Failing is a part of our lives, even if we are not fond of it. We fail constantly, even if we talk about our personal lives, about our careers, or about our relationship with ourselves. We fail, and this is not bad at all, as failure is such a powerful tool for learning.
Because, yes, failure is, above anything else, a tool we’re handed. It is a mirror showing us what could’ve been done better, or at least in a different way. It brings along different perspectives, others than our common favorites. It helps us grow.
But this only becomes visible after the dramatic phase, after the why me, why again? moment. And, if you happen to be a perfectionist, like, getting through this phase is a challenge in itself, the learning part coming more as an extra task. As much as it is a tool and a way of learning, failure is also a test. The way someone manages their failures speaks volumes about that person. It is a good thing to pay attention to when you meet a new person, their attitude about failure.
Usually, there are three big types of approaches: Why me, I wasn’t worth it anyway, and It’s not the end of the world.
Why me? is the approach where the person, put in front of a failure, tries to find an external source. It is never about them, their failure is the consequence of other people’s actions, and they have nothing to think about. If you ask them what are they thinking they did wrong, will tell you there’s nothing wrong about their way of action, the other people or maybe the destiny didn’t want them to succeed. They were right, and would if they could turn back the time, do things the very same way.
The I wasn’t worth it anyway narrativeis the perfectly opposed approach. It is, just like the previous, strongly connected with one’s self-esteem. The person tried, hoped for success, but deep inside the feeling that they’re not good enough to make it persisted. They take their failure as something personal, that is way more about them- their interpersonal skills, their knowledge, their way of action than it is about others and their perception.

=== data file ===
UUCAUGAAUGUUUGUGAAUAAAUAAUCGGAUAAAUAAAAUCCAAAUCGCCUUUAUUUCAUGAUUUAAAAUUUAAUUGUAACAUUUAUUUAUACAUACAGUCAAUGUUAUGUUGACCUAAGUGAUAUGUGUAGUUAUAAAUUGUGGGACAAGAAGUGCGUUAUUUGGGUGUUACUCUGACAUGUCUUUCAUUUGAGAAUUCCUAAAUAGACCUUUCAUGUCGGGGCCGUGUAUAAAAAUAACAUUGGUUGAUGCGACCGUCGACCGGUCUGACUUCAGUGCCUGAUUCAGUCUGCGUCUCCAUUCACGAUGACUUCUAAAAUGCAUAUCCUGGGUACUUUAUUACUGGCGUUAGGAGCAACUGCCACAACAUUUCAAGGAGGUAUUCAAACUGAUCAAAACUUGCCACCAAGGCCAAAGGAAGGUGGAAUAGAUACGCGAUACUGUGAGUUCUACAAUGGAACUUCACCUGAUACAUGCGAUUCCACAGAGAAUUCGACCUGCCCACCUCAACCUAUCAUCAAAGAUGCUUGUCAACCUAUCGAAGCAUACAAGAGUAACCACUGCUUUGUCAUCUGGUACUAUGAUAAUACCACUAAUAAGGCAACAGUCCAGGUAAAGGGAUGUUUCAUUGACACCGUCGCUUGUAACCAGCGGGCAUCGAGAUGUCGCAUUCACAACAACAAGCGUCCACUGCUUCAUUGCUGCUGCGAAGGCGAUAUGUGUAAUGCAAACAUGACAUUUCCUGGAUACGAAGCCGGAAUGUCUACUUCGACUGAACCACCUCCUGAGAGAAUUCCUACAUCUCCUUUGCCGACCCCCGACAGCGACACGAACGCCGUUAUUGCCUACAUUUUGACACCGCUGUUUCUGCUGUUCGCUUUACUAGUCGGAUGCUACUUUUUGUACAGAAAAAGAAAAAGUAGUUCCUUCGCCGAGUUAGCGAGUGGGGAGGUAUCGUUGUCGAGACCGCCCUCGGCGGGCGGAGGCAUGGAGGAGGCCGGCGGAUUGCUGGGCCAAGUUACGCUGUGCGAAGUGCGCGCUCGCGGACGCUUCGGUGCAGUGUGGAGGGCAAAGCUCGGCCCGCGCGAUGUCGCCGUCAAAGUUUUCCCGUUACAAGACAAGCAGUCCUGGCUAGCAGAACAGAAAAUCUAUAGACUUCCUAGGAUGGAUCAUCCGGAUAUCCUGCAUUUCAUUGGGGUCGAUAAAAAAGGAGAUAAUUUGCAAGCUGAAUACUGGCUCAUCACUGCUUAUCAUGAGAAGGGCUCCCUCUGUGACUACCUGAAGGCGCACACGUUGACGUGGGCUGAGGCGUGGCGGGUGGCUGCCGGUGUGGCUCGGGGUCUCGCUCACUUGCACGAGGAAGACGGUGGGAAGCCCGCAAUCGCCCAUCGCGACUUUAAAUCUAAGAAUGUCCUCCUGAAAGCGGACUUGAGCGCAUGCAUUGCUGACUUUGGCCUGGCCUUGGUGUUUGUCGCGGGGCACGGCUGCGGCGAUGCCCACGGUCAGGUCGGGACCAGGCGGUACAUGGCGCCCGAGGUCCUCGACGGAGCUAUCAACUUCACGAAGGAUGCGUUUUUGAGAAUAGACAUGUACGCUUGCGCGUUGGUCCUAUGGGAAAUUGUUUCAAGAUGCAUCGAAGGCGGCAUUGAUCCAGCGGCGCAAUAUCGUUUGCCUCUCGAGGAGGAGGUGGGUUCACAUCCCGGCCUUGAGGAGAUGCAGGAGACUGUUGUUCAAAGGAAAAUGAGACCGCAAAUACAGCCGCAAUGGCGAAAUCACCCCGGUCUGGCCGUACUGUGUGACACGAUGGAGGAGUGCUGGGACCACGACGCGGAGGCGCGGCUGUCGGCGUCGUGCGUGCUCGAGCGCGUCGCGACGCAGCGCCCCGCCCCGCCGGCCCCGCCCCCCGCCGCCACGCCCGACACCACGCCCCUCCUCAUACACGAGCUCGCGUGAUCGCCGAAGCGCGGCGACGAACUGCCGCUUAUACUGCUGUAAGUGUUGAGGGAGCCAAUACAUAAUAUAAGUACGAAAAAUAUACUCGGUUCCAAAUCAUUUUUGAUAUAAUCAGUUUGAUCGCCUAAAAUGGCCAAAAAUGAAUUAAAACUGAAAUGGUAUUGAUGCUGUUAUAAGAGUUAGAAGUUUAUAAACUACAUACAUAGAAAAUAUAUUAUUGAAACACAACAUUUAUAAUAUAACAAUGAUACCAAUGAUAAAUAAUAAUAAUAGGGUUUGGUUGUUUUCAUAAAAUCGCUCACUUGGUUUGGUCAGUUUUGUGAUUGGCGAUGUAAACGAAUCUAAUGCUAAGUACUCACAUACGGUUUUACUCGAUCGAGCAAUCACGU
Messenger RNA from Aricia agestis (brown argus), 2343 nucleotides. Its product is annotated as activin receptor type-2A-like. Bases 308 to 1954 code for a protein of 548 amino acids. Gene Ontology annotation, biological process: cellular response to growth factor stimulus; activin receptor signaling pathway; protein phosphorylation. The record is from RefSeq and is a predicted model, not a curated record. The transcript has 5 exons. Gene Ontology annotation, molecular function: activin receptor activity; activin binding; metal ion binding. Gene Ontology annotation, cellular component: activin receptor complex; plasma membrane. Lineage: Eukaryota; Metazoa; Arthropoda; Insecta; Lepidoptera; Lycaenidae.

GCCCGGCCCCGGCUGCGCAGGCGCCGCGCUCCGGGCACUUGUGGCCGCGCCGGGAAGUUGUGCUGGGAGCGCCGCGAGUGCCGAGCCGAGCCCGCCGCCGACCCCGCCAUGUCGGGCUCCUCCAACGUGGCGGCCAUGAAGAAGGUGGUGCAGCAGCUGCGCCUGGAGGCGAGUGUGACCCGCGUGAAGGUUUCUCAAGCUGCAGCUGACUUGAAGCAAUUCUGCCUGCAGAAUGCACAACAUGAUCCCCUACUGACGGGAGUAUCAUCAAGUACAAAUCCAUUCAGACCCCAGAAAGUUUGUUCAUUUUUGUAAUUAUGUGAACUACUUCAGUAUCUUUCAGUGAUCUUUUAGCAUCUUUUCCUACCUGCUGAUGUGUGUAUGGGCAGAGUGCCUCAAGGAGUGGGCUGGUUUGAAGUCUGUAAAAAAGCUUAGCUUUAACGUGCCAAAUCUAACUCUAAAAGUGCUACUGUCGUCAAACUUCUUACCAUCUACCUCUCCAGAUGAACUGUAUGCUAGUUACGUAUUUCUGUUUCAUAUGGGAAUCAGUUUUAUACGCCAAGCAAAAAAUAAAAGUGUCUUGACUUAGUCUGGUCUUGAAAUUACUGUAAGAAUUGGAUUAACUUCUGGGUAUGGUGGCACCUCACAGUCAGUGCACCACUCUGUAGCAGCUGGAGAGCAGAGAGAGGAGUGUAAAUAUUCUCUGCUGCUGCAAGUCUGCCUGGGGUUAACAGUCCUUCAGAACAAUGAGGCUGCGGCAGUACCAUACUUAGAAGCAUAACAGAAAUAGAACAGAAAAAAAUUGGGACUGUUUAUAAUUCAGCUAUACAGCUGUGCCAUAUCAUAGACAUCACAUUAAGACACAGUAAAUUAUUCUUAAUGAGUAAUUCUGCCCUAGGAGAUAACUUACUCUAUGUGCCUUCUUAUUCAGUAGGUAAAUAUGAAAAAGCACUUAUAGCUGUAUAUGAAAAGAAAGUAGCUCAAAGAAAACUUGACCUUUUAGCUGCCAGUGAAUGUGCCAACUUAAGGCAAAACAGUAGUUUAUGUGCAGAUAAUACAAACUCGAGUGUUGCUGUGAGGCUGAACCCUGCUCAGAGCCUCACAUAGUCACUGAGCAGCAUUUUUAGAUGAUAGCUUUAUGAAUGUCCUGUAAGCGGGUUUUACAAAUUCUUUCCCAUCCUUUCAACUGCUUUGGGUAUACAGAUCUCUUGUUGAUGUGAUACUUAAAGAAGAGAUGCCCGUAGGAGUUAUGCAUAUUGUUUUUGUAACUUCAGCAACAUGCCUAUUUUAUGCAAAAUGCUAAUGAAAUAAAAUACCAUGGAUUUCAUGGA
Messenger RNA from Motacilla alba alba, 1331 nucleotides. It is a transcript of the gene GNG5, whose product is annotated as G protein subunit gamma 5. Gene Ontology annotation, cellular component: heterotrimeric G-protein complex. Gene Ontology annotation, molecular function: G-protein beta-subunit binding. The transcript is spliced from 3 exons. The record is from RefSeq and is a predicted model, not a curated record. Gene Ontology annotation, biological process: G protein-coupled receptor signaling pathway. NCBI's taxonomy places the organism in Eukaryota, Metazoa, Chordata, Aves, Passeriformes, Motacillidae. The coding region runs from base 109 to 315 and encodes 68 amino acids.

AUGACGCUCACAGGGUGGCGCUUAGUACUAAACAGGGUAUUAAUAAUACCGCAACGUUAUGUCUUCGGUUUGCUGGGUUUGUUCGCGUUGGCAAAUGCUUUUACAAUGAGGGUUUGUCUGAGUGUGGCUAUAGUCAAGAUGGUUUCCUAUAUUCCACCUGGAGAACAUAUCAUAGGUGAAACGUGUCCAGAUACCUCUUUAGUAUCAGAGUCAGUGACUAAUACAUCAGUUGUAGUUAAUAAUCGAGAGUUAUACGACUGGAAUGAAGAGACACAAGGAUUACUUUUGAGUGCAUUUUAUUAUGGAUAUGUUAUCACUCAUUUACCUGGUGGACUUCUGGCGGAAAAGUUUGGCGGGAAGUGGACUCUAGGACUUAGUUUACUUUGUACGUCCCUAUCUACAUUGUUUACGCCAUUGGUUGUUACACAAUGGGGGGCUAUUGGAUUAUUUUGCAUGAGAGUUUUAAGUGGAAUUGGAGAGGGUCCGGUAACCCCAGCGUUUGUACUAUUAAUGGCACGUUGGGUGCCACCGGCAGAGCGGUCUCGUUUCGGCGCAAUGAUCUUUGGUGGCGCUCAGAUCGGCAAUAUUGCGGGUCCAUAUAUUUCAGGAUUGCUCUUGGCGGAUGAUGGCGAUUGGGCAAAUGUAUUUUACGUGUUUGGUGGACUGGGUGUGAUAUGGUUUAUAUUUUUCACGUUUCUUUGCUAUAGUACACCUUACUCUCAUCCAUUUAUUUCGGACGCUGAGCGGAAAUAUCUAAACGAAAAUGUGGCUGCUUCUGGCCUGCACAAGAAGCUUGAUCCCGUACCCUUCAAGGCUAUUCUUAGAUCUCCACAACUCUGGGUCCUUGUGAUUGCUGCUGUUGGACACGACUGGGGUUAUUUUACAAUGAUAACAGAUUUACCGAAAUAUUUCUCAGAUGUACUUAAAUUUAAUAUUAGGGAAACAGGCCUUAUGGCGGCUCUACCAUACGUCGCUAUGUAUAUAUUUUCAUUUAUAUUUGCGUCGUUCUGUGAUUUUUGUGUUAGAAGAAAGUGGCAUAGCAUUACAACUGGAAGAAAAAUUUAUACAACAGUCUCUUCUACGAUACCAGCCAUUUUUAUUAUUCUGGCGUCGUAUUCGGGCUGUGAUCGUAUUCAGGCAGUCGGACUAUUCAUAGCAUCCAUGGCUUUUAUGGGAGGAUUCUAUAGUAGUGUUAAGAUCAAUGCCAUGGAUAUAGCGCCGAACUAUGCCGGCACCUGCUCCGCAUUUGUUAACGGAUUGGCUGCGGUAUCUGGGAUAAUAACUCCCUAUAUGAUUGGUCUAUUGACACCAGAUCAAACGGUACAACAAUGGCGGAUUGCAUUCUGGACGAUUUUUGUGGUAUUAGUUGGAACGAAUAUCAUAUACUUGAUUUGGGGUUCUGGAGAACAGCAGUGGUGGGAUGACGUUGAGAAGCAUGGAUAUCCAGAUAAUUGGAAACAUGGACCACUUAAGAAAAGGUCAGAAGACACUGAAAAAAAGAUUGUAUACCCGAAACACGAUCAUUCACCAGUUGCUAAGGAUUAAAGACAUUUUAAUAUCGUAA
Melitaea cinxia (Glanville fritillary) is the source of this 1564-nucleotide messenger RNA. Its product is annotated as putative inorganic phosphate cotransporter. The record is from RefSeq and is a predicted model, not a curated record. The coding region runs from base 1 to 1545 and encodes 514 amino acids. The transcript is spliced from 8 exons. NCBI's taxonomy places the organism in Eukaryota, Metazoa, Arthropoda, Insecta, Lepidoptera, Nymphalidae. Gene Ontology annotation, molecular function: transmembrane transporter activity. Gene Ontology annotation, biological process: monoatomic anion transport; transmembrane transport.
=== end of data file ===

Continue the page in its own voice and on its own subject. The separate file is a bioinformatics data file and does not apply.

It is not the end of the world is, if you ask me, the only effective approach when it comes to managing failure. You try, you fail, you take some time to analyze and see what could’ve been made differently. Maybe you were not a good enough fit. Or maybe your knowledge of the subject was lacunary. Maybe you just tried at the wrong time, and the right moment for it would’ve been other.
It implies taking everything into consideration and then choosing up wisely. Maybe you will or will not try again, but what you learn from that attempt remains with you, shaping you into a different individual. Being aware of that keeps you committed to learning and without any bitter feelings long-term.
Naturally, the way one will approach a failure has other stuff in the background, besides of their maturity level: how important was for them to make it from the first attempt, how much work they’ve put into it, how many other chances to try again they have and the pressure of their close ones are also factors to consider when we talk about one’s attitude on failure.
My experience with this was, as expected, a tough one. Being a perfectionist with a low self-esteem level, the tendency was to assume that every failure was my fault. Other factors were always secondary and the“what could I have done better” list was a neverending one. Till one day, when I got to understand that, no matter how hard I want it to be that way, truth is that very little of the outcome was under my control. I could only control the way I act and talk, as well as my level of knowledge, but the perception of others about me will never be something I could control, so blaming myself for not being enough won’t lead me anywhere. And this was such a hard pill to swallow for an anxious girl like I am. However, it only made things easier, as it made me come to better terms with my failures.
Linking my self-worth on my success-failure rate was for a long time one of my most toxic behaviors. It made me think that to be worthy of respect, affection, and trust, I have to be successful constantly. But this is not how life works.
You are going to be successful at times and failing at times, but this won’t make you a failure as a person. You can be a good person and still fail at things. This doesn’t mean that your goals are unrealistic, or that you’re a fool for trying to make them happen. It only means that you’re human, and failure is a perfectly human trait. No one has it all together every second of their life. No one said that failure is something to be happy about, or that feeling sad about your failure is not a valid feeling. Yet here’s the catch: being a worthy human being is a constant, and linking it to something as fluctuant as the success will harm you. It is one of the things with the greatest impact on your mental health, as well as one of the biggest fears. Don’t let your failures mess up with your most important resource, you know better.